then the prices came down, it came, again, sub-optimal.
JL: So are you saying that the Government will buy these
people out of the farms?
PM: Well we help them, that is the people, there are two
parts of the yural adjustment scheme RAS so called. One
IS carry on finance, for -to'e who -re viable, but who
have just bud difficulties we give them concessionl
loans, but for those woo know they have got no chance,
we help them get out of it.
JL: And what do you do with the land?
pmt Well boeioally it goes back to, it ts either aggregated
into bigger parcels, or it is not farmed anymore,
JL: What happtv to it them, it just becomes Crown land?
PM; No, it probably ends up being privately owned, but it
may be farmed less intensively, See our soils are Often
not strong, and in some places people who have been
using land for agricultural purposes, which might work
in the very htgh paid seasons, but doesn't work in the
low paid seasons.
3L: By the lOOk of it you'll be going to the Polls with
unemployment at more than 10 per cent, it seems that the
argument concerni~ ig unemployment has shifted, that
rathor we've got involved in tariffs and your overseas
Vivit, wluoh was very important to us admittedly, but we
seem to forgetting about unemployment. Hopefully you're
not.
PM: No and that's why the Government has got all the
instruments at its disposal flat chat to try and do
something about it. We've got fiscal policy. We've got
$ 2 billion being spent in this year from the One Nation
statement, most of it being spent from 1 July. we've
got the additional spending in the Budget. We've got
TEL:

TEL: 30. Sep. 92 18: 00 No. 008 P. 13/ 19
13
interat rates at low levels. The whole thing Is geared
up now to basically see the economy rise, And we are
coming into recovery. In the year to June the economy
grew by 1.6 per cents By contrast in the eame year the
British economy contracted, declined by 1.5 per cent.
So we are actually now doing better in terms of growth
then most comparable countries, And this year we hope
to gee that strengthen to about 3 per cent.
JL: Some figures come out yesterday from the Bureau of
Statistics, that I imagine would have been brought to
your attention, showing unemployment amongst migrants at
12.5 per cent, with Australian born workers 9.9 per
cent. Now isn't that a bit crazy, I mean more migrants
are receiving dole payments than Australian born
workers?
PM; it's partly the problems that migrants have and that's
why we have considerably stopped up spending onEnglish
as a secondangu~ ago, that program, to deal with'
d id v a nt' e, whether the disadvantage be with migranta
Bi' 6i) ier workers, to give them a chance to get back Into
the workforce. But employment will grow as the economy
grows. The link between growth in the general economy,
growth in GDP and employment is such a tight link. Onoe
we start seting that growth in employment coming., But
John the other thing ie, Is the country is more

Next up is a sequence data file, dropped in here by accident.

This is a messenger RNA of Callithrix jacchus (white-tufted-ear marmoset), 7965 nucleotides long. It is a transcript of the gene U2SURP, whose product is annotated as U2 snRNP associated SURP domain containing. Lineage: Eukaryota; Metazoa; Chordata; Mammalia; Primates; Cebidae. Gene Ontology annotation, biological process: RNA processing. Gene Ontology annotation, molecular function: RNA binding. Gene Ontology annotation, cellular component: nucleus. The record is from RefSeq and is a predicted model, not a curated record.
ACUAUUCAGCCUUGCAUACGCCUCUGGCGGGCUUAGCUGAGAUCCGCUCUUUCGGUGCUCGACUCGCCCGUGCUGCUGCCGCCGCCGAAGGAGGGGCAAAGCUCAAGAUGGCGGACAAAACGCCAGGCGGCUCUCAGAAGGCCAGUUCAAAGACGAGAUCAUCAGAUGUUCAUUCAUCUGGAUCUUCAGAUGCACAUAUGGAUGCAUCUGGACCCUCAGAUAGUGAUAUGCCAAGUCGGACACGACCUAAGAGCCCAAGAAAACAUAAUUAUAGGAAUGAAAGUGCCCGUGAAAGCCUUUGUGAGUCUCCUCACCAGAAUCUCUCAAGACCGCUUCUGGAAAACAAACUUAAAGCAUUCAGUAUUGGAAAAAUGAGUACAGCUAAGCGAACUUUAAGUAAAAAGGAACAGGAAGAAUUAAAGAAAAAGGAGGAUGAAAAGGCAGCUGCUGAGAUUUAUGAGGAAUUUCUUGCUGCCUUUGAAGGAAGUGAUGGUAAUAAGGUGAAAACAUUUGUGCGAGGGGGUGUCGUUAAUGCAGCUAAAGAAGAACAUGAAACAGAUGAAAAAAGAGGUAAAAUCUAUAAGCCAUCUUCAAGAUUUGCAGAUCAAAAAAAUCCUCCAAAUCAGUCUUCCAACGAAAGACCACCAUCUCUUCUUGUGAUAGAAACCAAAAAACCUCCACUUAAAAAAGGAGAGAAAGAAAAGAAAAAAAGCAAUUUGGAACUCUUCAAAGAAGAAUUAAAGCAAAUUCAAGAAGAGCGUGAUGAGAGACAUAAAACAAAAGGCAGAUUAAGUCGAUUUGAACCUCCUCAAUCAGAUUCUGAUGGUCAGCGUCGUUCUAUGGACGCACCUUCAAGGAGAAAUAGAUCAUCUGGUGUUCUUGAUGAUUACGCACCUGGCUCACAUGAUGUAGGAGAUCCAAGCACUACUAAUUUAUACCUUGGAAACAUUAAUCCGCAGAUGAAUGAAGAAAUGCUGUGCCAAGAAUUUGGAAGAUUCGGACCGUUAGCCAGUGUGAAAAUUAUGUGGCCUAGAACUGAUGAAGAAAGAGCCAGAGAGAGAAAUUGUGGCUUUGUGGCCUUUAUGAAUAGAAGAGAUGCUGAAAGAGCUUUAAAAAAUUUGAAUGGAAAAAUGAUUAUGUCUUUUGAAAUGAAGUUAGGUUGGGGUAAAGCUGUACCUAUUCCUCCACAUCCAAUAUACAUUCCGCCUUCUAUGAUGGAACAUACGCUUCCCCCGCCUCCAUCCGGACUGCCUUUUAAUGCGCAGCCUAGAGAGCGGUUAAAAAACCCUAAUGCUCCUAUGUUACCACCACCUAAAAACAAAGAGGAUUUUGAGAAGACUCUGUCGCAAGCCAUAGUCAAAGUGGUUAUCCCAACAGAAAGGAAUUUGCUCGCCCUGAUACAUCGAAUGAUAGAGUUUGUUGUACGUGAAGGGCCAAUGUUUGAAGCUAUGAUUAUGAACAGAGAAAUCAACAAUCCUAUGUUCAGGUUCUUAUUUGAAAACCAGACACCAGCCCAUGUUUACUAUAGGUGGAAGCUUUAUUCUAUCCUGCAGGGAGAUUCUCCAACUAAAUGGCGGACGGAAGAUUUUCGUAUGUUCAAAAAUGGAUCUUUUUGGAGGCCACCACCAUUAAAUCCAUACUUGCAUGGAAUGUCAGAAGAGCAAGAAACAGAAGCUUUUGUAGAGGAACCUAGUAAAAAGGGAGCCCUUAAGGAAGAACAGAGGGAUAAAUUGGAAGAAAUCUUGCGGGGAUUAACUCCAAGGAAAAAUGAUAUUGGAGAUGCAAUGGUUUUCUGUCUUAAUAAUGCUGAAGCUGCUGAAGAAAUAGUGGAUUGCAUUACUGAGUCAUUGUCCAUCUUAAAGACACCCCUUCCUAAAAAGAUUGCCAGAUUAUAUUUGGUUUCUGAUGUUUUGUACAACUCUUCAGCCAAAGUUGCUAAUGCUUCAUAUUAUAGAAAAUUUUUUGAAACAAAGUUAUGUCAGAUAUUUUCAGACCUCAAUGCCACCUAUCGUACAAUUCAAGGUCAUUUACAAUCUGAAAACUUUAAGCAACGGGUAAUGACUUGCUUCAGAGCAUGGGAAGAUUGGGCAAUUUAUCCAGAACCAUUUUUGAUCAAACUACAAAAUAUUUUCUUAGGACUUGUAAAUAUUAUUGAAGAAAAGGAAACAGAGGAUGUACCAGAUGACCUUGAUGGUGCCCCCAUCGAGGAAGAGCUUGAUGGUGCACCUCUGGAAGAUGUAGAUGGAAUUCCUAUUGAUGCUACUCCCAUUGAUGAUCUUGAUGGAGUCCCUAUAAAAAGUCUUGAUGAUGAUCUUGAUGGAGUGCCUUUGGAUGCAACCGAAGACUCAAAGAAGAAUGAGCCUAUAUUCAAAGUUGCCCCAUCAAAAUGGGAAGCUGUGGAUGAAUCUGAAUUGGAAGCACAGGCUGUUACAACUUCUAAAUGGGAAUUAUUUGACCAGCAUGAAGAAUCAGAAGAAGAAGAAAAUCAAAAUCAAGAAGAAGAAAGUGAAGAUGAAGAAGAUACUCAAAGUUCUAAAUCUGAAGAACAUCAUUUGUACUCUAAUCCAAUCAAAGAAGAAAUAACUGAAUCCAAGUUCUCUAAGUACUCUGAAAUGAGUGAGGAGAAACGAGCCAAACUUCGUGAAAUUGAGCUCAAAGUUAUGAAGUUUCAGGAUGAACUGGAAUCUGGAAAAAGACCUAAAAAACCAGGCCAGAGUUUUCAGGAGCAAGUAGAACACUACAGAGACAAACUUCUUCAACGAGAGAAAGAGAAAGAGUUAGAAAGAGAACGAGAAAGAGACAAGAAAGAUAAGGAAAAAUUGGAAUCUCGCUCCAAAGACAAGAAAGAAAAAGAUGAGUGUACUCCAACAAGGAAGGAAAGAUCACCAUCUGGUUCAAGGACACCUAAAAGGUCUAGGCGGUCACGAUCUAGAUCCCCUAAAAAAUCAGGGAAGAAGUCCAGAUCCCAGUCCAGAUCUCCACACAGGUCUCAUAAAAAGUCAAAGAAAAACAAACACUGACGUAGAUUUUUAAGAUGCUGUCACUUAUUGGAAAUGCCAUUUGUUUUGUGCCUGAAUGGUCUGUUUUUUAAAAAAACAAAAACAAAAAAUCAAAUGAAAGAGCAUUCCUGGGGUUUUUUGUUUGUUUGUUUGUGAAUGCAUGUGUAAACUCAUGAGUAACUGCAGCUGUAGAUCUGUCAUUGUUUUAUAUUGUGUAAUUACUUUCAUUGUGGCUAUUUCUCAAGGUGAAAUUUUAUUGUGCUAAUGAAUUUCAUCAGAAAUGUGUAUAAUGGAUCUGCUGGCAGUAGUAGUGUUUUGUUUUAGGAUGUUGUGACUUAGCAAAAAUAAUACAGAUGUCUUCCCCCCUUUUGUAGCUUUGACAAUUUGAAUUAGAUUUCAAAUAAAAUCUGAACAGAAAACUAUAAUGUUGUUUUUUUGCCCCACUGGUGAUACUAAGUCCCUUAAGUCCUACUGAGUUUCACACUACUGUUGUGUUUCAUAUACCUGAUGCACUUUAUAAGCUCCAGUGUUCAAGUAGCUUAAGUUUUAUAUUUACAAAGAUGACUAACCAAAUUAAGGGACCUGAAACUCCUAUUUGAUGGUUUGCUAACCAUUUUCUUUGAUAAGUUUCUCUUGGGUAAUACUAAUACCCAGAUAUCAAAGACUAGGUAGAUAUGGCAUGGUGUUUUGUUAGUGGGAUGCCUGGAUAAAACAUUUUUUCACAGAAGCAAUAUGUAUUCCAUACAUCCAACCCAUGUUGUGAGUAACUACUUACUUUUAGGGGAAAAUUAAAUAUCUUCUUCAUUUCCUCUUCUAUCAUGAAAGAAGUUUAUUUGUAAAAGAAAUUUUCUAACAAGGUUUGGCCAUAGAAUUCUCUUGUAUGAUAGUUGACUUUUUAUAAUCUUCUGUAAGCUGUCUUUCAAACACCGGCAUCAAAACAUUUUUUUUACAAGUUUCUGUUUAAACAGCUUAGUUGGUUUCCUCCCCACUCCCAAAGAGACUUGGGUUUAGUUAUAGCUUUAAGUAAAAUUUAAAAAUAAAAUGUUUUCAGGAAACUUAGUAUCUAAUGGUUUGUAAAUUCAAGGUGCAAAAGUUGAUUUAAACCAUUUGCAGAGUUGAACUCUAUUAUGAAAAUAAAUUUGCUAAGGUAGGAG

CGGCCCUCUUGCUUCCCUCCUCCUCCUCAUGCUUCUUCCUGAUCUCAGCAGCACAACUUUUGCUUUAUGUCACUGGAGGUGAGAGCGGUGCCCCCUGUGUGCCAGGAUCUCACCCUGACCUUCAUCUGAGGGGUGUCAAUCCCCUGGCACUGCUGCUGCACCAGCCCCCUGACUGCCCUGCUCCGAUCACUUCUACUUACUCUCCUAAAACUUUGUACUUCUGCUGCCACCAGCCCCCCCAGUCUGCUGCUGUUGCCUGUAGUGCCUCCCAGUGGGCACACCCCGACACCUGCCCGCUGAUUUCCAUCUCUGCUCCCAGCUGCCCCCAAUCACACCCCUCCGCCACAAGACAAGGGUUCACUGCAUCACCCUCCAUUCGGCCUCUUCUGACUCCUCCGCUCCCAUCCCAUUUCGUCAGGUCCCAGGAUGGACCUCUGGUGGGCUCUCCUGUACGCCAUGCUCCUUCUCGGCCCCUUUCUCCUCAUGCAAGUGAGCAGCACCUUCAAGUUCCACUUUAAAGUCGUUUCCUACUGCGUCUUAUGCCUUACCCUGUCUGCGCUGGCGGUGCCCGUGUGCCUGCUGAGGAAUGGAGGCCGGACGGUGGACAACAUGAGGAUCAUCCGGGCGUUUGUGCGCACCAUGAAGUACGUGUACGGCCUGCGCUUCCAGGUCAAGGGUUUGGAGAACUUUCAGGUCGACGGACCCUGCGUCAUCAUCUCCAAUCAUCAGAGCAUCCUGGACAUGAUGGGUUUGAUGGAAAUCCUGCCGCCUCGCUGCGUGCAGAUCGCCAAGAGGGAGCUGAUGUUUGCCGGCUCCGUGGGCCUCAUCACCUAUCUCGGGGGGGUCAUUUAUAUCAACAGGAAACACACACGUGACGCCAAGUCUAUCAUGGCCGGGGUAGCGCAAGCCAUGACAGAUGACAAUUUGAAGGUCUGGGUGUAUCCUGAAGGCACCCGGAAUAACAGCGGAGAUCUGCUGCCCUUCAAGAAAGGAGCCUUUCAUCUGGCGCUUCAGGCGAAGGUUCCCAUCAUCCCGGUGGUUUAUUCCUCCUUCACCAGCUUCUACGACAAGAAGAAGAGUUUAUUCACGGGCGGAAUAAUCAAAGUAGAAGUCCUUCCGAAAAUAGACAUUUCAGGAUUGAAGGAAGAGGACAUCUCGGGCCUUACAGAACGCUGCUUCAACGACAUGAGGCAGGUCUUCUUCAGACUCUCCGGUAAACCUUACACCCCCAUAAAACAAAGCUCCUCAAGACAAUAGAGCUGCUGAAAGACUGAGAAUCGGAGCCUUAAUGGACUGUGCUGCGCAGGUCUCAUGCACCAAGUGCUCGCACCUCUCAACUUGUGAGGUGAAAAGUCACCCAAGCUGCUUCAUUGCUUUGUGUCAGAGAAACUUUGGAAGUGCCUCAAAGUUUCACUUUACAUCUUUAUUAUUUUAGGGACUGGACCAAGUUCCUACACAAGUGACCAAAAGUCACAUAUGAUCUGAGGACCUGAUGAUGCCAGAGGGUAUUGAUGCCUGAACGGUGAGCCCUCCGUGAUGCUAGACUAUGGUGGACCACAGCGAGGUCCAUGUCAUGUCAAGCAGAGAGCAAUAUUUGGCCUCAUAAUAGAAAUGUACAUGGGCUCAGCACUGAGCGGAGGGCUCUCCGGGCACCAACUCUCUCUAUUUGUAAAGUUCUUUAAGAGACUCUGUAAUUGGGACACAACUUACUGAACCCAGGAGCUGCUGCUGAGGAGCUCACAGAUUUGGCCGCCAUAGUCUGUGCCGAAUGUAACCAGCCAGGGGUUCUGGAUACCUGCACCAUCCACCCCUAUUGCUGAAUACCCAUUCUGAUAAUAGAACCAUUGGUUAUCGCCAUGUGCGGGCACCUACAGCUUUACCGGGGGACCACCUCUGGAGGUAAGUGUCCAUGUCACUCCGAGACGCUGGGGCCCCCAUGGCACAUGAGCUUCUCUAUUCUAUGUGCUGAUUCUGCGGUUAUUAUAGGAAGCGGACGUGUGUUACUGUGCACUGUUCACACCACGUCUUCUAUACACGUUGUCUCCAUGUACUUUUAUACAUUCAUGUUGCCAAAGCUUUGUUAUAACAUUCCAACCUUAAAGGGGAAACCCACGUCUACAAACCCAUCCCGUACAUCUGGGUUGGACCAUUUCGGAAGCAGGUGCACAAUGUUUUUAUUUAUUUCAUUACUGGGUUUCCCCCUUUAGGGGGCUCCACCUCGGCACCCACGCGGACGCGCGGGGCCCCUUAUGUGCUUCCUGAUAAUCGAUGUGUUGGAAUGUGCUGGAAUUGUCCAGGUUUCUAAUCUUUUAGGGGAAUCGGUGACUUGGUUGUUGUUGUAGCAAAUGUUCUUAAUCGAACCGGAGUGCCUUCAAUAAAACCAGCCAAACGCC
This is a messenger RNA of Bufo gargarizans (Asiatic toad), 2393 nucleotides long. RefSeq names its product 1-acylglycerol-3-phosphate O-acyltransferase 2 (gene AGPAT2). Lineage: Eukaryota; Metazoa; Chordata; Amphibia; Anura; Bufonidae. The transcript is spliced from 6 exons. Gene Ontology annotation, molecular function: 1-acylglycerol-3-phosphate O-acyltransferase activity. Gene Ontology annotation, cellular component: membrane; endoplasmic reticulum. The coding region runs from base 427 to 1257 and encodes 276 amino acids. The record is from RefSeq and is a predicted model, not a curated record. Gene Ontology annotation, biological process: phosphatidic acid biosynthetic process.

productive. Now yesterday I went to two places In
Victoria. I join Joan Kirner and went to the
Williamstown dockyard where AMECON have just handed over
the second frigate to the Navy, built under cost and
under time, and the Navy told me it's the first time
they have had a ship presented to them without faults on
its ship trials. Of higher quality of the same ship
built in the United States.
JLt OK, but we are rather & hifting from the point.
Pm: I just want to make Chis point here. The same in
respect of clothing, textile and footwear. Now in both
companies, the productivity of that plant had gone up
800 per cent. That means we are getting more product
from fewer people, in other words we are now a very
productive oountry, businesses are stripped down, but
the flip side of that productivity; that is getting more
output from fewer people is that there are fewer people
in work. So the answer has to be that we've got to grow
the economy even faster to take those people up.
JLi Yes, wouldn't another answer be to stop bringing people
to this country if the can't get a job when they get
here? if we've got 12.5 per cent migrants unemployed,
12.5 per cent as opposed to 9.9 per cent of people who
were bqrn in Australia, isn't that a nonsense? That
we're simply briniging people from other parts of the
world in order to pay them money?

'* TEL: 30. Sep. 92 18: 00 No. 008 P. 14/ 19
14
PM: The qi~ jl atlon progromIs a long term program and we have
changed it over time.
JL: Not enough thoughe
PM: We'vQ cut it in half. It was 140,000 two years ago,
it's now at 801000.
JL: But it's still not enough is it if we've got 12.5 per
cent of them unemployed? Why would you employ a maid
who couldn't work? Why would you bring people to your
house who weren't going to benefit it?
PM: A part of it of course to family reunion, you have
people here then they can bring they're mothers and
fathers, brothers and sisters.
3L: And we tax payers pay for them.
PM: The thing to the level of unemployment amongst migrants
is admittedly higher than the general community, but not
that much higher. A part of that reason is basically
because they're disadvantaged one way or another and the
anlswer is to do two things. Deal with the disadvantage,
be it English or what have you or the teaching of
English.
JL; Why do we let people come here who can't speak English?
Pm; 60me vQmol, those who speak English
JL: If they've got a million dollars
PM; ThQose who speak English obviously do better in the tests
in comning in, but what you find with family reunion
programs a lot of thern can't speak English fluently and